Immigrants who want to make India home are forever kept at an arm’s length by those who ‘belong’. Notwithstanding the impressive list of ‘foreign’ citizen-leaders, innovators and heroes
Sephi Bergerson, an award-winning photographer who moved to India from Israel 10 years ago, was recently on a flight from Coimbatore back home to Delhi. At his side were seated “two Keralite Muslims, in long white robes, big beards, and head coverings”, and they all started to chat. Inevitably, the inevitable, fairly dreaded question arose: “Where are you from?” “I’m from India,” Bergerson replied. They refused to accept it. “They said: ‘But you don’t look Indian!’ and I answered, ‘Well neither do you!’ It got them thinking, I hope.”
“Like so many of us who have moved to India,” says Laurie Kahn (name changed on request), a jeweller from the UK living here for 20 years, “I went through many phases. Falling in love with all things Indian; realising how little I actually understood; being critical; longing to belong. I threw myself into Becoming Indian with a passion: wearing only salwaar kameez; attending the mandir for morning puja, learning Hindi and making my own masalas, eating while seated on the floor, quoting Tagore, watching only Bollywood movies (and memorising Sholay). I even tried to dance Kathak (I was terrible at it). I loved all this, but still, no matter what I did, I was seen and treated as a foreigner. Slowly, I started to feel ‘Well, screw this!’ I work here, I make love here, I pay my taxes. I breathe this air and drink this water. I plan to live out my life in India. So I will eat what I want and dress how I wish, and if I can never be seen as a pucca Indian, well so be it.”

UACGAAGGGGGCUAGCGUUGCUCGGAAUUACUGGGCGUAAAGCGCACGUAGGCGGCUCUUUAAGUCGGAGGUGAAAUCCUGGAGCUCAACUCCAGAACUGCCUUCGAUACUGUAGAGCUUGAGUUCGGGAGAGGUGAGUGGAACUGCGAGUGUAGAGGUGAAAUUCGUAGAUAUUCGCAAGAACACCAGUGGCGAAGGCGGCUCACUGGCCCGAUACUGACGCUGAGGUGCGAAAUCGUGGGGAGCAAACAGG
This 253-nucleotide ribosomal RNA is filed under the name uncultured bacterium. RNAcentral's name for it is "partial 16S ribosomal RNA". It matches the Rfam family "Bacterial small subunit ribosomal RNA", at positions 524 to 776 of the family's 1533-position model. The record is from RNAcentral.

There is a demographic group in India not quite recognised, mostly seen as an enigma, as a temporary and not terribly significant phenomenon: they are your immigrants, your neighbours who have chosen to make India their home, temporarily or forever, because they like it better than the places they came from. But many who have moved here consistently report that in India, one remains an ‘outsider’ forever. The question arises: can one possibly ever become Indian? There are certain ethnic groups (Parsis come to mind, and the ancient Jewish group ‘Bnei Yisrael’) who have come to be ‘fully Indian’ after many generations, but we speak here of those who have been arriving as individuals—mostly from Western countries—in a constant trickle since Indian Independence.
‘India is the most difficult country in the world to relocate to and in which to assimilate with the local population,’ according to a recent media report that quoted a study done by HSBC Bank, polling 4,000 expats in 100 countries. Before you roll your eyes and exclaim, ‘Oh no, those foreigners complain too much,’ let me put this forth: although the angst of the immigrant who feels excluded may not be as pressing as our other major social ills, the strength and vibrancy of a society rests, among other measures, on its ability to absorb and assimilate ‘outsiders’. Yes, India was once colonised and is, therefore, suspicious of ‘outsiders’ and their motives, but hey, that’s over now, no? India is not in danger of being re-colonised, at least not by the likes of us, with our FabIndia kurtas, tulsi masala chai and Bollywood dance classes. And if we are bringing with us a host of other ideas, foods, fashions, ways of raising kids, why fear it? Cultural and ethnic diversity make a culture stronger; surely, it is the secret behind the US’s success.